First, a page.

Monthly Archives: August 2015

22nd Sunday in Ordinary Time – Year B

There is a religion of the lips and

one of the heart

Introduction

 

In Egypt, there has never been a code of laws. The very word “law” was unknown because the pharaoh, incarnation of the god Ra, established, by his word, what was just and right. He—the Egyptian texts recalled—“takes advice from his heart, dictates to the scribe excellent provisions” and orders the courts to enforce “his words.”

 

Nothing like this happened in Israel, where the law was not of the king, but of God. The king had only the executive and judicial power. His task was to establish peace and justice in the country (Ps 72:1-2), ensuring that all observe the law of the Lord to which he himself was subjected. On the day of his coronation, he was given a copy of the Torah to meditate upon every day of his life (Deut 17:18-20), resisting the temptation to introduce changes or additions dictated by political opportunism and human cunning, so different from the wisdom of God.

 

He who, like the Pharaoh, illudes himself of being “wise like God” (Gen 3:5) and decides to manage his life with the wisdom of this world is condemned to failure. To him, though intelligent and cultured, the Bible denies the title of “wise” (Ps 14:1), because “true wisdom” manifests itself only where there is the “fear of the Lord” (Prov 1:7). The “religion of the lips” is a discovery of human wisdom, is a ploy to mask the unfaithfulness to the Lord; only “that of the heart” is genuine, because it comes from the word of God and is expressed in love.

 

To internalize the message, we repeat:
“Religion that is pure and faultless is this: to help the orphans and widows, and keep oneself free from the things of this world.”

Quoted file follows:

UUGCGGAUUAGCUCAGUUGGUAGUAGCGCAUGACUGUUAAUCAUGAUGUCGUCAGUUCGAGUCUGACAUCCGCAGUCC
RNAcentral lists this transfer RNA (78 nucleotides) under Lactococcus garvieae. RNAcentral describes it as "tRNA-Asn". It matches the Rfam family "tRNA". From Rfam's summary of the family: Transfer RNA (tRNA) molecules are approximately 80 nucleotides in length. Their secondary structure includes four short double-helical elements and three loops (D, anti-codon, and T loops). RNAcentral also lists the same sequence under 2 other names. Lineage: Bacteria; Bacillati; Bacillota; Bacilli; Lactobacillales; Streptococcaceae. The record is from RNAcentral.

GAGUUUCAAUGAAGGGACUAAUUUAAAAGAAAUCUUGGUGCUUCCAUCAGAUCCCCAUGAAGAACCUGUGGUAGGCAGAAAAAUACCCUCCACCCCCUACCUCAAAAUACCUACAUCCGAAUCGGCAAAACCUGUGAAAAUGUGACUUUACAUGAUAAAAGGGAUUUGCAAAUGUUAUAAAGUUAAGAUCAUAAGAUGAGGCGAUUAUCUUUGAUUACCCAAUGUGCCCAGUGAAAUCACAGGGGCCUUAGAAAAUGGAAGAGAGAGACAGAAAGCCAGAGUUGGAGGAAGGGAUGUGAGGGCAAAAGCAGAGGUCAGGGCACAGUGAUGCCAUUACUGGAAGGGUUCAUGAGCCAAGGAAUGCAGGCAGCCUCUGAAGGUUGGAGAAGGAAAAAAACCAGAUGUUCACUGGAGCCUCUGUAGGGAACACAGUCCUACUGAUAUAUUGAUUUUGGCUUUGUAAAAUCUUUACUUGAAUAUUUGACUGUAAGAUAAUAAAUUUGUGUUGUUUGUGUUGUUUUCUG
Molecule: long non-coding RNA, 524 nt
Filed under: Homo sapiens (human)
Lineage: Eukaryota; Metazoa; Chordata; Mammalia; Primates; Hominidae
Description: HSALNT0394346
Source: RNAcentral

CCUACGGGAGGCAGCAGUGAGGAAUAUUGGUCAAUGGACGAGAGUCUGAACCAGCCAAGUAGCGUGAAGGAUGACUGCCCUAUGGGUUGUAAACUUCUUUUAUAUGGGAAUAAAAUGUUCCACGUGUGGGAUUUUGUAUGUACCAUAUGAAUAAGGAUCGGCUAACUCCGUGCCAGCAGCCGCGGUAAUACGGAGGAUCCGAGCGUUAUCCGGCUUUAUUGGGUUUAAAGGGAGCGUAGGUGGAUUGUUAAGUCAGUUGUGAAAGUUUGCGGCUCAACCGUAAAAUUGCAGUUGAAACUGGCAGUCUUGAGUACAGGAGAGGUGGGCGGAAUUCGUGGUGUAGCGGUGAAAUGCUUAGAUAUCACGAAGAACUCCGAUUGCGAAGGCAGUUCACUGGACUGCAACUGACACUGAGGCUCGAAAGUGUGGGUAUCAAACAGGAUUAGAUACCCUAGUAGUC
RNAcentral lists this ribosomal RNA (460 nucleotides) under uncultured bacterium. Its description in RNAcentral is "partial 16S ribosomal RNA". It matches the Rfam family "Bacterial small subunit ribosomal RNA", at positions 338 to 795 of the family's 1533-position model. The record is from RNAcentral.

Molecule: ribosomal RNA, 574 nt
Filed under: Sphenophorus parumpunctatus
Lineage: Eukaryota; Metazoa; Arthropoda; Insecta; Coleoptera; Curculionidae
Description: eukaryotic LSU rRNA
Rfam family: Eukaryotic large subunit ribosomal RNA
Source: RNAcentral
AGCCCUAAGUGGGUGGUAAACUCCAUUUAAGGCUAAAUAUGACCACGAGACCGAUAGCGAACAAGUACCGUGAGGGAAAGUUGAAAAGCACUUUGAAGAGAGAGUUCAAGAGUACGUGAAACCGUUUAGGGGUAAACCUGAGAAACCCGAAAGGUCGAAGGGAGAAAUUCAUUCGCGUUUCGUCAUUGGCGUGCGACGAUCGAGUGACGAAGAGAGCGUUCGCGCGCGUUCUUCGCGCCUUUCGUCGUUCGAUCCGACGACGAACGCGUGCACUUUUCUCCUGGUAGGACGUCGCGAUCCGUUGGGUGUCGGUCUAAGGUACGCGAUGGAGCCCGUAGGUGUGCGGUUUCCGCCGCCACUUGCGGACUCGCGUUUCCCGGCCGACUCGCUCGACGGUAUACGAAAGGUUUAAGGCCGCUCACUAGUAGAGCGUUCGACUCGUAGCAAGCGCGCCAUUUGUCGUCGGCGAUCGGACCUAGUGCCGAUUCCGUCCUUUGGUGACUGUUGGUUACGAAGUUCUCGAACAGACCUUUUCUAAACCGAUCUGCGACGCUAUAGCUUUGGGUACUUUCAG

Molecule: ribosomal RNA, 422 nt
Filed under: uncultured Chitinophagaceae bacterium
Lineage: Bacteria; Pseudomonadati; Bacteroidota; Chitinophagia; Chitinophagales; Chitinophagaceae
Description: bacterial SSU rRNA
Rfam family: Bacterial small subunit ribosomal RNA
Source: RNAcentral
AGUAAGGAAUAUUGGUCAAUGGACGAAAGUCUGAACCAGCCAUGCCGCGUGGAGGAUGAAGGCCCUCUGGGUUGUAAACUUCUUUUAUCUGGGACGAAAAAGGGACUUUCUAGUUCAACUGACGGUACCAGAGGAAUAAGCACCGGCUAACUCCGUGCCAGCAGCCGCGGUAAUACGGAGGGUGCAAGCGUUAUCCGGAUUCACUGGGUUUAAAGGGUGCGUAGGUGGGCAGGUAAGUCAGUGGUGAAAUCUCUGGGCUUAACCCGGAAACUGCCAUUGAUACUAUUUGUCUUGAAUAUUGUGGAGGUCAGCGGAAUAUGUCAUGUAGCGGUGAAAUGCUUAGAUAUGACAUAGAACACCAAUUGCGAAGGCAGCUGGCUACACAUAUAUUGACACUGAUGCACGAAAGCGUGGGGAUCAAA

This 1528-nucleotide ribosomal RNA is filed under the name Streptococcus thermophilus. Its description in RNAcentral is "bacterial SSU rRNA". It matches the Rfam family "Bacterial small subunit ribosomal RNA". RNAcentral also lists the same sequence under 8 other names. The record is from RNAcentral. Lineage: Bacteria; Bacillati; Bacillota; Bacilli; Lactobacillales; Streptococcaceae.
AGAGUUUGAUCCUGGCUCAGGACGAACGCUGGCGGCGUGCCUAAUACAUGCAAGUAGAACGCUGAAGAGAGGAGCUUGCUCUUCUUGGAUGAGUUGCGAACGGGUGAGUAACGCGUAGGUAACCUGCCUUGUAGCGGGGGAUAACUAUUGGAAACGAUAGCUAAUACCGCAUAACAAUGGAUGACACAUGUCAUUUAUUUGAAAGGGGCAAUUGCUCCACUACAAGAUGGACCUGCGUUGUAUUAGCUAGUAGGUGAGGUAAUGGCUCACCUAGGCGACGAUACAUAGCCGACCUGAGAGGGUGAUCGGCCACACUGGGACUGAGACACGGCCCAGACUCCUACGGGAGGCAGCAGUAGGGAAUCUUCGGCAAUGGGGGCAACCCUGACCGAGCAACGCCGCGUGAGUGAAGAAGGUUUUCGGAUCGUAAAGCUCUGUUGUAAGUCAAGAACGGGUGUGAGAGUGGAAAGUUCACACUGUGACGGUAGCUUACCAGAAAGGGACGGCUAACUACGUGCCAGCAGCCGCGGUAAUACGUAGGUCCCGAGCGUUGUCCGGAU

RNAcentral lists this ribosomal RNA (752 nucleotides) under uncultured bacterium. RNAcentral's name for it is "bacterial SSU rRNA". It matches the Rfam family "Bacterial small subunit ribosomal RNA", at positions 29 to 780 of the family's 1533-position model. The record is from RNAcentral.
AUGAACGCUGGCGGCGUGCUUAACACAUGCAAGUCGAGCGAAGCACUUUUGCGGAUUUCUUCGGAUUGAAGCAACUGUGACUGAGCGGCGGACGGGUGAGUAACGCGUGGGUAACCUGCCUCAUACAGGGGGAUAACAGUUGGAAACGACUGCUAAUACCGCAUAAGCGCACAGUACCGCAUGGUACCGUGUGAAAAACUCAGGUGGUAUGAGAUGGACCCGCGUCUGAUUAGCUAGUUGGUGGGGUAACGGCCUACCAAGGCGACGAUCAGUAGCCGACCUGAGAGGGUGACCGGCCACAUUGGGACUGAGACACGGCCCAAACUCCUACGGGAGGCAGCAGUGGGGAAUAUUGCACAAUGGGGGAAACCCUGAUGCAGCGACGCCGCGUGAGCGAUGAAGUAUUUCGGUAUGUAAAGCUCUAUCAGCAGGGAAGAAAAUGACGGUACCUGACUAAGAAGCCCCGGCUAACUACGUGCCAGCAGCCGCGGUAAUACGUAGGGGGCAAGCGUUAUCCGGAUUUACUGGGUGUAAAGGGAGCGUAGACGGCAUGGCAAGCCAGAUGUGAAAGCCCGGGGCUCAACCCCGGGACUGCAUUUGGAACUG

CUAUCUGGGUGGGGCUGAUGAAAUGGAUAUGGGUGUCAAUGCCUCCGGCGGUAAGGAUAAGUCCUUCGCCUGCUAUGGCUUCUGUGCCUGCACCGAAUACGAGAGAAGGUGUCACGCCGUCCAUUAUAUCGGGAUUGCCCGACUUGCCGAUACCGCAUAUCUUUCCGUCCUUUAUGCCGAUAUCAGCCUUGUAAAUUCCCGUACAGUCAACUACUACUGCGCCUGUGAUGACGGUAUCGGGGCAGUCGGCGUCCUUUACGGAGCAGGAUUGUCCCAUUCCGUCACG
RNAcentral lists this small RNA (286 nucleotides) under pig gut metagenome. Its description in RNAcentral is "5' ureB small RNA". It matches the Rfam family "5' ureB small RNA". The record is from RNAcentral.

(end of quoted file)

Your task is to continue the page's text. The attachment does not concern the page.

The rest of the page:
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21st Sunday in Ordinary Time – Year B

At times God asks too much

 

Introduction

 

The results of histological examination, the response of an ultrasound, the results of amniocentesis, the diagnosis of a doctor can disrupt a person’s life. They can disrupt plans and dreams of a couple, placed in front of dramatic choices and the alternative is always between the wisdom of this world and that of Christ.

 

Making a gift of one’s own life is not easy or comfortable. It requires sacrifice, renunciation, asceticism. Accepting the will of God is willingness to follow “the true light that enlightens everyone” (Jn 1:9), even when all would be led to consider it illogical and inconclusive.

 

It’s hard to listen to the promptings of the Spirit, to rise to God and to focus on the life that lives forever. Smoother, but still disappointing, is to enter through the wide gate and to choose the spacious path (Mt 7:13), to fall back on the material prospects, forgetting that “the order of this world is vanishing” (1 Cor 7:31) and that man profits nothing to gain the whole world (Mt 16:26). Making choices “in the flesh” seems reasonable although, in one’s inner self, one realizes that “all flesh is grass, and all its beauty as the flower of the field” (Is 40:6).

 

The disciple who has “tasted the beauty of the Word of God and the wonders of the supernatural world” (Heb 6:5) remains subject to the temptation of turning away from Christ and being “in love with this present world” (2 Tim 4:9).

 

The Eucharist is a proposal. Who decides to receive it says yes to the light and rejects the darkness. This is the choice which qualifies the Christian.

 

To internalize the message, we repeat:
“When all the reasons were on one side and Christ on the other, I would choose Christ.”

 

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